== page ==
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Bookmaking heavyweights recall clashes with punters' pal John McCririck

Mike Dillon: often taken to task by John McCririck
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John McCririck was well known for his fights on behalf of the punter and two of his oldest adversaries warmly remembered the clashes they had with the broadcasting legend.

Mike Dillon, the former Ladbrokes PR director, said: "We always had a firm friendship and mutual respect. He was always fair and never took liberties, but I got more than one grilling from him."

One of the first involved the 1983 Arlington Million success of Tolomeo, trained by Luca Cumani and ridden by Pat Eddery, who was returned 38-1 on the American Tote (Pari-Mutuel) but was just 5-1 second favourite with the British bookmakers.

Dillon said: "John got me on the July course at Newmarket and in those days international betting was in its infancy and our traders settled at the 5-1, which was a hard one to justify.

"It led to the rules on ante-post betting on foreign races being changed and John had millions of stances about betting from minimum bets and guaranteeing to lay bets, which he highlighted on the Morning Line, asking punters to let him know if they got their bets on with Ladbrokes which he would take me to task over."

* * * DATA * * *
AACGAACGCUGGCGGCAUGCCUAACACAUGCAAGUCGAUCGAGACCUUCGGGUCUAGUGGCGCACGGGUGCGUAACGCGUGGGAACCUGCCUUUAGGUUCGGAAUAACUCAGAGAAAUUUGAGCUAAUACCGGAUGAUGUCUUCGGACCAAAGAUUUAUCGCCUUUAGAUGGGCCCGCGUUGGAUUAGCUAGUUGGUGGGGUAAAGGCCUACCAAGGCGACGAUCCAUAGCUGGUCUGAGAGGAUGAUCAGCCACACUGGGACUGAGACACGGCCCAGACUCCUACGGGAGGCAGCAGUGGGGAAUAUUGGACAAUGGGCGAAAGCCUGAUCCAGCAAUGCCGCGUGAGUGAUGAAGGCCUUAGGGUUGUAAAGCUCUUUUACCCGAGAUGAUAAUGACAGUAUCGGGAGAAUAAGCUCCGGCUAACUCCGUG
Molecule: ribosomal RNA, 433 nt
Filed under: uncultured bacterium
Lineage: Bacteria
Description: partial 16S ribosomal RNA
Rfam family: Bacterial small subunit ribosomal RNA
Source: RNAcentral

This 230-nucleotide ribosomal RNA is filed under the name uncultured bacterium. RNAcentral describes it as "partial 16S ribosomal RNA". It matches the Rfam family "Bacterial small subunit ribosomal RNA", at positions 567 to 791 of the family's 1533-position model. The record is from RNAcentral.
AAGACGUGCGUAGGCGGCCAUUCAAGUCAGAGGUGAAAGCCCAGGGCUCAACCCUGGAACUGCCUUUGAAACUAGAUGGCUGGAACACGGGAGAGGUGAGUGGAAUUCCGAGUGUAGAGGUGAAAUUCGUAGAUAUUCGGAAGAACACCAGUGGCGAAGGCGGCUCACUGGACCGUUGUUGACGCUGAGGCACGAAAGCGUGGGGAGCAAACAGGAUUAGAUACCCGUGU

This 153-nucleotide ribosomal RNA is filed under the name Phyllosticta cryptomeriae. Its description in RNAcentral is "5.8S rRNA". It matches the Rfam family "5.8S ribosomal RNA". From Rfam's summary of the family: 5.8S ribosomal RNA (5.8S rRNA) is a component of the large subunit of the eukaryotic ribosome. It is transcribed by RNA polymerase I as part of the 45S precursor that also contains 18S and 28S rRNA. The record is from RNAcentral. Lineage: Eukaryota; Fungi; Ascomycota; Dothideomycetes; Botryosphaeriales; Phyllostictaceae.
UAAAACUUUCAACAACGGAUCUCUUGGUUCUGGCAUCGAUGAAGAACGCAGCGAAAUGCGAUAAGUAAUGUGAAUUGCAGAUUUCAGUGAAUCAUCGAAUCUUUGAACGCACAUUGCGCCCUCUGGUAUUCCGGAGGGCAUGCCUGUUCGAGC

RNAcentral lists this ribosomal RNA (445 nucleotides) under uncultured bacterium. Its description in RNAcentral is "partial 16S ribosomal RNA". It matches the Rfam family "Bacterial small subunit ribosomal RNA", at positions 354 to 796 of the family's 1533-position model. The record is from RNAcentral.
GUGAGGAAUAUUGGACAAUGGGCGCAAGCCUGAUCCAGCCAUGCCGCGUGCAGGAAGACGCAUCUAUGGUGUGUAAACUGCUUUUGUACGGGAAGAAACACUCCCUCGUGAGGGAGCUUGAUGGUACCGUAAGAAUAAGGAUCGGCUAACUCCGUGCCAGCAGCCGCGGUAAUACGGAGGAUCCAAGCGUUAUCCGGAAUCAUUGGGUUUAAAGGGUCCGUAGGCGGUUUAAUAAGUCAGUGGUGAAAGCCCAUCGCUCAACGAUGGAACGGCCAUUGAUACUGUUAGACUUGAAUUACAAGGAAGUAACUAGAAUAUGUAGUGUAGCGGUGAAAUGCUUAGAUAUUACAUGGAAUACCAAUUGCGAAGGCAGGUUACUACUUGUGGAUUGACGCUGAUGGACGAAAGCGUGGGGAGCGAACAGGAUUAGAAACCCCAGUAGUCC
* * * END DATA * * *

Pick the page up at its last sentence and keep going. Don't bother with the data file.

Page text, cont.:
Tolomeo: winner of the Arlington Million in 1983

McCririck's friendship with Dillon also brought a Channel 4 scoop when he was able to reveal that Lester Piggott was coming out of retirement and would ride at the Breeders' Cup - a meeting McCririck especially enjoyed.

Dillon said: "John was so pro the Breeders' Cup and until he became ill I don't think that he missed one, along with a pre-meeting trip to Las Vegas. He was feted over there with appearances on television on the Jay Leno show."

'He was very soft and caring'

Bookmaker Barry Dennis was another to have fond memories of his days jousting with McCririck on Channel 4's Morning Line when delivering 'Barry's Bismarcks'.

He said on Saturday: “We were great friends and I’m even tearful about it now. We spent lots of good times together at cricket and at social functions all over the world.

“He was very soft and caring. If my wife was ill he would be ringing up and asking how she is. The buffoonery was his television image and it worked. He was a character.

“The best two people known in racing are Frankie Dettori and John McCririck. They are the two people that everybody knows. On television we had the love-hate relationship, but really it was all love.

John McCririck: a character of racing

“He loved entertaining me at The Ivy and we used to walk in there as bold as brass. He was always a guest of my box at Lord’s and we had great times outside of television. On television it was a double act.

“Barry’s Bismarck started a long time ago, and John used to berate me and hope they won just so he could have a go at me!

“He was a great character and I loved him. He will be sorely missed."


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It led to the rules on ante-post betting on foreign races being changed and John had millions of stances about betting
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